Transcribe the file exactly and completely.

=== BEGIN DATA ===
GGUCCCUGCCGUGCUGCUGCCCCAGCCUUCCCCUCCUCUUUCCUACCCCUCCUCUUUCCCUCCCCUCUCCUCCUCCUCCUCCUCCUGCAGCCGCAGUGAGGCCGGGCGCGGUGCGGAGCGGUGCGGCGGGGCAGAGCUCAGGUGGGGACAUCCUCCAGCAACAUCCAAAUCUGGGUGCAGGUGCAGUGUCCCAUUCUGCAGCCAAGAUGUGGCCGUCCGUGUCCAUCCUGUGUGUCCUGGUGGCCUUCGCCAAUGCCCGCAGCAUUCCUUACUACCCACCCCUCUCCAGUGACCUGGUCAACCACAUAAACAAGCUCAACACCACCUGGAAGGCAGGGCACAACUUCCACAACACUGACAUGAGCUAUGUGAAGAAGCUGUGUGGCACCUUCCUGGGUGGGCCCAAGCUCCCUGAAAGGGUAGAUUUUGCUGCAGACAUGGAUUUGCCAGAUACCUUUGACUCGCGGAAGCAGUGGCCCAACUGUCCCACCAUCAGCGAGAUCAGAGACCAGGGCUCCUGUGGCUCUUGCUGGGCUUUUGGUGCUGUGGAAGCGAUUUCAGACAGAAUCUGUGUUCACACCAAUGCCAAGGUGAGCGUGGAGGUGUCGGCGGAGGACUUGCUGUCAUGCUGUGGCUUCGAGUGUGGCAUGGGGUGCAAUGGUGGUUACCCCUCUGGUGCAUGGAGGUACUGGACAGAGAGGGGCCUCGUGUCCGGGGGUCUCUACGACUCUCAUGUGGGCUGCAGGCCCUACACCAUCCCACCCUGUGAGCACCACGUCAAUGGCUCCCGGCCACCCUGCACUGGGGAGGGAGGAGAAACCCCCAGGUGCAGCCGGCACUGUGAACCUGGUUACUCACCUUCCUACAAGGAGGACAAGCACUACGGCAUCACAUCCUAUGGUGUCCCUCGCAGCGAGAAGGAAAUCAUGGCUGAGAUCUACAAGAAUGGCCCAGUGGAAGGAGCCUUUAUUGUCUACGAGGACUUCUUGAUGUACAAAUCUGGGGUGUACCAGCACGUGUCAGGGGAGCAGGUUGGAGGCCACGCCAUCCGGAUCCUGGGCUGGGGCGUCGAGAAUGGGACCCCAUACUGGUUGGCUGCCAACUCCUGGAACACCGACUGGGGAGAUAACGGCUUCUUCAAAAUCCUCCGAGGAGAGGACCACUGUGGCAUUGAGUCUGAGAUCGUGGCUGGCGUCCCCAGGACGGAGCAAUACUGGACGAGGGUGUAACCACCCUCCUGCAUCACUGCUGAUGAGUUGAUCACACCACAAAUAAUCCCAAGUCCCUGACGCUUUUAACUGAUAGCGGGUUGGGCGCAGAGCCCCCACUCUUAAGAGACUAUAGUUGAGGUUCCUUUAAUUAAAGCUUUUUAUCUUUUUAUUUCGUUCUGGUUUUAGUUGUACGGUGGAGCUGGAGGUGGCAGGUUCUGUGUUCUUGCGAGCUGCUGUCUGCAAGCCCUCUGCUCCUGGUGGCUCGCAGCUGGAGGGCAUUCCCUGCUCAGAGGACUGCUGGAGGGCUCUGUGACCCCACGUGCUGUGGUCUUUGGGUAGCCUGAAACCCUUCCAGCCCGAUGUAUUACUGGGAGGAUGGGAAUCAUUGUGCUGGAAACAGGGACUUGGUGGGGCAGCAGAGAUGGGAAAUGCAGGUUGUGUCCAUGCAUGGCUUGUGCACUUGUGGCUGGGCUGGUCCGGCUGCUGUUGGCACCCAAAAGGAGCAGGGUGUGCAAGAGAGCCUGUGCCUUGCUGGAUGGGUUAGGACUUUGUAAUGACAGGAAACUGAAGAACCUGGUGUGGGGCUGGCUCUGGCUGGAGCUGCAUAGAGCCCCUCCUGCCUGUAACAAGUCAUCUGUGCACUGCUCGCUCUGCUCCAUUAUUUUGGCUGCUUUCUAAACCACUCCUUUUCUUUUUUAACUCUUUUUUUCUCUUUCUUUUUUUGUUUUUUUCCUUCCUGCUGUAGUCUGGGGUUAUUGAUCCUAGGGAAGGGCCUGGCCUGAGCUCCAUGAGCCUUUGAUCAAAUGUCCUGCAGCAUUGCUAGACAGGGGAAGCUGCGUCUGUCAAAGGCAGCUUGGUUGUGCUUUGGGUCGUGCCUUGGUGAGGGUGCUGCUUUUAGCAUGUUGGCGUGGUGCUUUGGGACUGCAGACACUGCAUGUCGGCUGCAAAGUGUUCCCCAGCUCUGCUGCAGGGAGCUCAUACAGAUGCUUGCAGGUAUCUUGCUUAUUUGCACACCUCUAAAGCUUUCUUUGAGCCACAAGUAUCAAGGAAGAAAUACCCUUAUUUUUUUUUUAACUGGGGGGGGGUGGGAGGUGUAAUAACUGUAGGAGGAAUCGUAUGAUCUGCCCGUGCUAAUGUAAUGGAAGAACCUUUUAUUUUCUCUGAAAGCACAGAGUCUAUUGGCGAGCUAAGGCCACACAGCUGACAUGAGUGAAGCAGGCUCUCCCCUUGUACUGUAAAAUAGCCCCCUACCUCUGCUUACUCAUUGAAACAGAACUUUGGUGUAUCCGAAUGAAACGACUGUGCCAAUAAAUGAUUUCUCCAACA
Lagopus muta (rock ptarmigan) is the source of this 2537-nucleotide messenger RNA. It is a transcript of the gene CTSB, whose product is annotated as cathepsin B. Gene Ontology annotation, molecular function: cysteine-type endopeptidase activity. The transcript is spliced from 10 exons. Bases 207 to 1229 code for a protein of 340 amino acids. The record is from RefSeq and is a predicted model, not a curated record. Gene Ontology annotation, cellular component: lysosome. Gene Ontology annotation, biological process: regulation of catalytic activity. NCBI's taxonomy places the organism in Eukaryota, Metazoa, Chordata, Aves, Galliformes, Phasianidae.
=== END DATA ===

GGUCCCUGCCGUGCUGCUGCCCCAGCCUUCCCCUCCUCUUUCCUACCCCUCCUCUUUCCCUCCCCUCUCCUCCUCCUCCUCCUCCUGCAGCCGCAGUGAGGCCGGGCGCGGUGCGGAGCGGUGCGGCGGGGCAGAGCUCAGGUGGGGACAUCCUCCAGCAACAUCCAAAUCUGGGUGCAGGUGCAGUGUCCCAUUCUGCAGCCAAGAUGUGGCCGUCCGUGUCCAUCCUGUGUGUCCUGGUGGCCUUCGCCAAUGCCCGCAGCAUUCCUUACUACCCACCCCUCUCCAGUGACCUGGUCAACCACAUAAACAAGCUCAACACCACCUGGAAGGCAGGGCACAACUUCCACAACACUGACAUGAGCUAUGUGAAGAAGCUGUGUGGCACCUUCCUGGGUGGGCCCAAGCUCCCUGAAAGGGUAGAUUUUGCUGCAGACAUGGAUUUGCCAGAUACCUUUGACUCGCGGAAGCAGUGGCCCAACUGUCCCACCAUCAGCGAGAUCAGAGACCAGGGCUCCUGUGGCUCUUGCUGGGCUUUUGGUGCUGUGGAAGCGAUUUCAGACAGAAUCUGUGUUCACACCAAUGCCAAGGUGAGCGUGGAGGUGUCGGCGGAGGACUUGCUGUCAUGCUGUGGCUUCGAGUGUGGCAUGGGGUGCAAUGGUGGUUACCCCUCUGGUGCAUGGAGGUACUGGACAGAGAGGGGCCUCGUGUCCGGGGGUCUCUACGACUCUCAUGUGGGCUGCAGGCCCUACACCAUCCCACCCUGUGAGCACCACGUCAAUGGCUCCCGGCCACCCUGCACUGGGGAGGGAGGAGAAACCCCCAGGUGCAGCCGGCACUGUGAACCUGGUUACUCACCUUCCUACAAGGAGGACAAGCACUACGGCAUCACAUCCUAUGGUGUCCCUCGCAGCGAGAAGGAAAUCAUGGCUGAGAUCUACAAGAAUGGCCCAGUGGAAGGAGCCUUUAUUGUCUACGAGGACUUCUUGAUGUACAAAUCUGGGGUGUACCAGCACGUGUCAGGGGAGCAGGUUGGAGGCCACGCCAUCCGGAUCCUGGGCUGGGGCGUCGAGAAUGGGACCCCAUACUGGUUGGCUGCCAACUCCUGGAACACCGACUGGGGAGAUAACGGCUUCUUCAAAAUCCUCCGAGGAGAGGACCACUGUGGCAUUGAGUCUGAGAUCGUGGCUGGCGUCCCCAGGACGGAGCAAUACUGGACGAGGGUGUAACCACCCUCCUGCAUCACUGCUGAUGAGUUGAUCACACCACAAAUAAUCCCAAGUCCCUGACGCUUUUAACUGAUAGCGGGUUGGGCGCAGAGCCCCCACUCUUAAGAGACUAUAGUUGAGGUUCCUUUAAUUAAAGCUUUUUAUCUUUUUAUUUCGUUCUGGUUUUAGUUGUACGGUGGAGCUGGAGGUGGCAGGUUCUGUGUUCUUGCGAGCUGCUGUCUGCAAGCCCUCUGCUCCUGGUGGCUCGCAGCUGGAGGGCAUUCCCUGCUCAGAGGACUGCUGGAGGGCUCUGUGACCCCACGUGCUGUGGUCUUUGGGUAGCCUGAAACCCUUCCAGCCCGAUGUAUUACUGGGAGGAUGGGAAUCAUUGUGCUGGAAACAGGGACUUGGUGGGGCAGCAGAGAUGGGAAAUGCAGGUUGUGUCCAUGCAUGGCUUGUGCACUUGUGGCUGGGCUGGUCCGGCUGCUGUUGGCACCCAAAAGGAGCAGGGUGUGCAAGAGAGCCUGUGCCUUGCUGGAUGGGUUAGGACUUUGUAAUGACAGGAAACUGAAGAACCUGGUGUGGGGCUGGCUCUGGCUGGAGCUGCAUAGAGCCCCUCCUGCCUGUAACAAGUCAUCUGUGCACUGCUCGCUCUGCUCCAUUAUUUUGGCUGCUUUCUAAACCACUCCUUUUCUUUUUUAACUCUUUUUUUCUCUUUCUUUUUUUGUUUUUUUCCUUCCUGCUGUAGUCUGGGGUUAUUGAUCCUAGGGAAGGGCCUGGCCUGAGCUCCAUGAGCCUUUGAUCAAAUGUCCUGCAGCAUUGCUAGACAGGGGAAGCUGCGUCUGUCAAAGGCAGCUUGGUUGUGCUUUGGGUCGUGCCUUGGUGAGGGUGCUGCUUUUAGCAUGUUGGCGUGGUGCUUUGGGACUGCAGACACUGCAUGUCGGCUGCAAAGUGUUCCCCAGCUCUGCUGCAGGGAGCUCAUACAGAUGCUUGCAGGUAUCUUGCUUAUUUGCACACCUCUAAAGCUUUCUUUGAGCCACAAGUAUCAAGGAAGAAAUACCCUUAUUUUUUUUUUAACUGGGGGGGGGUGGGAGGUGUAAUAACUGUAGGAGGAAUCGUAUGAUCUGCCCGUGCUAAUGUAAUGGAAGAACCUUUUAUUUUCUCUGAAAGCACAGAGUCUAUUGGCGAGCUAAGGCCACACAGCUGACAUGAGUGAAGCAGGCUCUCCCCUUGUACUGUAAAAUAGCCCCCUACCUCUGCUUACUCAUUGAAACAGAACUUUGGUGUAUCCGAAUGAAACGACUGUGCCAAUAAAUGAUUUCUCCAACA
Lagopus muta (rock ptarmigan) is the source of this 2537-nucleotide messenger RNA. It is a transcript of the gene CTSB, whose product is annotated as cathepsin B. Gene Ontology annotation, molecular function: cysteine-type endopeptidase activity. The transcript is spliced from 10 exons. Bases 207 to 1229 code for a protein of 340 amino acids. The record is from RefSeq and is a predicted model, not a curated record. Gene Ontology annotation, cellular component: lysosome. Gene Ontology annotation, biological process: regulation of catalytic activity. NCBI's taxonomy places the organism in Eukaryota, Metazoa, Chordata, Aves, Galliformes, Phasianidae.